How do you bring ideas to life?
I follow a very regimented method when I have new ideas for businesses or new ideas to use in my existing businesses. The first thing I do when I have a business idea is to give it one week to process. Many times in that week, I am able to come up with good reasons why it is not a good idea once I get past the excitement phase of the idea.
If it still sounds good after a week, I do keyword research online to see how many people are using Google to search for that idea/product every month. If I find that the search volume is promising, I use the following simple calculation to figure out if it is worth my time. I take the number of people searching for the idea each month and multiply it by 1%. That is to say, I calculate I can sell to 1% of them if I do the marketing right.
Then I take the results of that and multiply it by how much profit I think I could make on each sale of the idea. If that profit per month looks good, I ask myself a key question: is anybody else selling it? I search on Google for the product. If nobody is selling it, or only 1-2 people are selling it and I think I can do better, I try the idea out.
If dozens of people are selling it, or there are 1-2 extremely good versions of the idea on the market that I could not realistically do better than without huge investments, I kill the idea.
What’s one trend that excites you?
More people realizing they can work online from anywhere in the world. I hope this causes people to venture out and explore more of the world, which in turn will help everyone realize we are global citizens.
What is one habit of yours that makes you more productive as an entrepreneur?
Does coffee count?
If not, the one habit that I think makes me more productive as an entrepreneur is having a fixed morning routine I do when I wake up that excites, motivates, and energizes me.
What advice would you give your younger self?
If you have a business idea, just throw up a website and promote it. Don’t worry about the page or the offer being perfect—just launch something. Then wait for the feedback to come in. Most of it will probably be bad, but don’t take it personally; just learn from it and improve. Do this day in and day out and within a year or two, you will have a growing business.
Tell us something that’s true that almost nobody agrees with you on.
There is no such thing as separating work and personal life.
As human beings, we simply don’t work that way. If you have a bad day at work, it will affect your life outside of work. If you have trouble at home, it will affect your work. Striving to separate those things is like striving to separate two parts of who you are. In order to be happy, I think people need to mix those two things more so that everything is part of a whole.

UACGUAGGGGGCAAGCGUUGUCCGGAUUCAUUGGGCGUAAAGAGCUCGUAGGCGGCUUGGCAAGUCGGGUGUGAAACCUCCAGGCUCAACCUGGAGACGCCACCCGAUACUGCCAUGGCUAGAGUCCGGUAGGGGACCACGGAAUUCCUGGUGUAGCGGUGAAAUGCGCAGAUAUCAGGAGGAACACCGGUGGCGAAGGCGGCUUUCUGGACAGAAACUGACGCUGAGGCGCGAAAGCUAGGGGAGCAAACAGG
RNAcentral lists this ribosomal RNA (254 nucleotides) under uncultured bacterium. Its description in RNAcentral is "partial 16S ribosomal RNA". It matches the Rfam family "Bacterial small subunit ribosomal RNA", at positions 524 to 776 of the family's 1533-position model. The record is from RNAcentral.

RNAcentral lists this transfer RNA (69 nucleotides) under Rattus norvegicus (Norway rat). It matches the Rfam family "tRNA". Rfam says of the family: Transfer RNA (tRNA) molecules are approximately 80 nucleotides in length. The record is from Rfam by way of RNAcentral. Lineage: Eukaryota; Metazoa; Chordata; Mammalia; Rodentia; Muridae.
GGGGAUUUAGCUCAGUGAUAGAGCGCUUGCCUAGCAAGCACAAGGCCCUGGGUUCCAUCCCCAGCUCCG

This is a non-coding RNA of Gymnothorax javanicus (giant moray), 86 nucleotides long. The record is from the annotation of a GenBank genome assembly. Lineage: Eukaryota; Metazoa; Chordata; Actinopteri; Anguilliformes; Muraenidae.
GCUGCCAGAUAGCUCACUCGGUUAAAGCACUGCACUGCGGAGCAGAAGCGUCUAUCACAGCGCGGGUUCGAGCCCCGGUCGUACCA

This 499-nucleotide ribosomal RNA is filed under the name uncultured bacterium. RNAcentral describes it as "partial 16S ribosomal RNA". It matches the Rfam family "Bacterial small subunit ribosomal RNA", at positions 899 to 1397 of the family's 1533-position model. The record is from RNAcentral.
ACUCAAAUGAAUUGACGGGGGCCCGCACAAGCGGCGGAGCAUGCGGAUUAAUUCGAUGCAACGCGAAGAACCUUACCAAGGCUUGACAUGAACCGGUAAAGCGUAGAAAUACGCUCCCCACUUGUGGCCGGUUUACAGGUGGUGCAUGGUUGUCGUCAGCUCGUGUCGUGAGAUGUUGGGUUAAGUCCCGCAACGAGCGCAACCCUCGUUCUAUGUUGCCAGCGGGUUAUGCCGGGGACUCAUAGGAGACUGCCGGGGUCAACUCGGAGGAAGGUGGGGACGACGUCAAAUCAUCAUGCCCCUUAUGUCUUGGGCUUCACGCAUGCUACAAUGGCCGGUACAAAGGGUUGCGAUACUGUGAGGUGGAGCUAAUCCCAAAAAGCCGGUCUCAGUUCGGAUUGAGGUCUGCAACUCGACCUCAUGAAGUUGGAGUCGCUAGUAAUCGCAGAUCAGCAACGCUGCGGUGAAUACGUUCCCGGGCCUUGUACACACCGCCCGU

As an entrepreneur, what is the one thing you do over and over and recommend everyone else do?
Can I say drink coffee again?
It is so important to work on one thing until completion before starting something else. It does not matter how big or small. Don’t stop answering an email to check a text message. Don’t stop working on your report to just “hop on Facebook for one minute” (which always ends up being 30 minutes). Don’t start a new business when your current one is starting to do well.
Focus on completing one thing before moving on to the next. Rinse, lather, and repeat.
What is one strategy that has helped you grow your business?
Move to a cheaper country. Many entrepreneurs start their business as a side hustle from their main job that pays the bills. They grow it to a point where it makes $1000-$2000 US extra each month. Not bad, but not enough to quit their day jobs. And this is where they stay for years.
What helped me build my businesses when I reached that point was to move to a place – in my case Mexico – where $1000 to $2000 US is more than enough to live on. The idea is that instead of spending your few hours of free time outside of work trying to grow your business, you do so full time while looking out at a beach and living comfortably.